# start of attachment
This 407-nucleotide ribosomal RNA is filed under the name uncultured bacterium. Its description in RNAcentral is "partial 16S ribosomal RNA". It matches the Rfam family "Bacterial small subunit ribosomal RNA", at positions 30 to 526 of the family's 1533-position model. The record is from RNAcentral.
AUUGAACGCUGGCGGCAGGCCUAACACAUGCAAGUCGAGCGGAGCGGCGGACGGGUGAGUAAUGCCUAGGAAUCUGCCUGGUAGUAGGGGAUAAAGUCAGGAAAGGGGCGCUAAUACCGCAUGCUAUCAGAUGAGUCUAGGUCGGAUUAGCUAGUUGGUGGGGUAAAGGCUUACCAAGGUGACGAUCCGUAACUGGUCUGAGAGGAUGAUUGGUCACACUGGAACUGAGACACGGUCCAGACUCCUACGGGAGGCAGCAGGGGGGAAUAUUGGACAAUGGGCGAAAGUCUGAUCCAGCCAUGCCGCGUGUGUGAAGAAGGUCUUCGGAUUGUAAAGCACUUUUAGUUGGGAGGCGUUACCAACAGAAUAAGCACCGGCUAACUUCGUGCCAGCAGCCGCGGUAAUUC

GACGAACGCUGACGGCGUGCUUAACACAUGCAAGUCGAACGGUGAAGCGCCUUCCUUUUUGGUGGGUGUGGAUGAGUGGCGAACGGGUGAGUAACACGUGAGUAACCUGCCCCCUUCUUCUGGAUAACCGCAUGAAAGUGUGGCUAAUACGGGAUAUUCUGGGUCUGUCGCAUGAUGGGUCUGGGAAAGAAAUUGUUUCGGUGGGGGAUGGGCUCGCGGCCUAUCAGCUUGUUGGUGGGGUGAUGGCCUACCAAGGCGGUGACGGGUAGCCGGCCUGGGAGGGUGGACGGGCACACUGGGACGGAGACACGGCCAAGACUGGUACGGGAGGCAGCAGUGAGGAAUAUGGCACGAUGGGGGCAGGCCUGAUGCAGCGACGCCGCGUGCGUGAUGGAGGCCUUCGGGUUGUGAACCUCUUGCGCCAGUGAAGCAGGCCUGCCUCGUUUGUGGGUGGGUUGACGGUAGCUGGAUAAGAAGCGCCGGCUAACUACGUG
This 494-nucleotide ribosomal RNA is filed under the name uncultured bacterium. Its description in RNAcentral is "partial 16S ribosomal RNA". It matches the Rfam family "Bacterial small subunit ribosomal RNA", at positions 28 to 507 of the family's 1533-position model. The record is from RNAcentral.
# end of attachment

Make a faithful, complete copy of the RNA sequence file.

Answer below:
This 407-nucleotide ribosomal RNA is filed under the name uncultured bacterium. Its description in RNAcentral is "partial 16S ribosomal RNA". It matches the Rfam family "Bacterial small subunit ribosomal RNA", at positions 30 to 526 of the family's 1533-position model. The record is from RNAcentral.
AUUGAACGCUGGCGGCAGGCCUAACACAUGCAAGUCGAGCGGAGCGGCGGACGGGUGAGUAAUGCCUAGGAAUCUGCCUGGUAGUAGGGGAUAAAGUCAGGAAAGGGGCGCUAAUACCGCAUGCUAUCAGAUGAGUCUAGGUCGGAUUAGCUAGUUGGUGGGGUAAAGGCUUACCAAGGUGACGAUCCGUAACUGGUCUGAGAGGAUGAUUGGUCACACUGGAACUGAGACACGGUCCAGACUCCUACGGGAGGCAGCAGGGGGGAAUAUUGGACAAUGGGCGAAAGUCUGAUCCAGCCAUGCCGCGUGUGUGAAGAAGGUCUUCGGAUUGUAAAGCACUUUUAGUUGGGAGGCGUUACCAACAGAAUAAGCACCGGCUAACUUCGUGCCAGCAGCCGCGGUAAUUC

GACGAACGCUGACGGCGUGCUUAACACAUGCAAGUCGAACGGUGAAGCGCCUUCCUUUUUGGUGGGUGUGGAUGAGUGGCGAACGGGUGAGUAACACGUGAGUAACCUGCCCCCUUCUUCUGGAUAACCGCAUGAAAGUGUGGCUAAUACGGGAUAUUCUGGGUCUGUCGCAUGAUGGGUCUGGGAAAGAAAUUGUUUCGGUGGGGGAUGGGCUCGCGGCCUAUCAGCUUGUUGGUGGGGUGAUGGCCUACCAAGGCGGUGACGGGUAGCCGGCCUGGGAGGGUGGACGGGCACACUGGGACGGAGACACGGCCAAGACUGGUACGGGAGGCAGCAGUGAGGAAUAUGGCACGAUGGGGGCAGGCCUGAUGCAGCGACGCCGCGUGCGUGAUGGAGGCCUUCGGGUUGUGAACCUCUUGCGCCAGUGAAGCAGGCCUGCCUCGUUUGUGGGUGGGUUGACGGUAGCUGGAUAAGAAGCGCCGGCUAACUACGUG
This 494-nucleotide ribosomal RNA is filed under the name uncultured bacterium. Its description in RNAcentral is "partial 16S ribosomal RNA". It matches the Rfam family "Bacterial small subunit ribosomal RNA", at positions 28 to 507 of the family's 1533-position model. The record is from RNAcentral.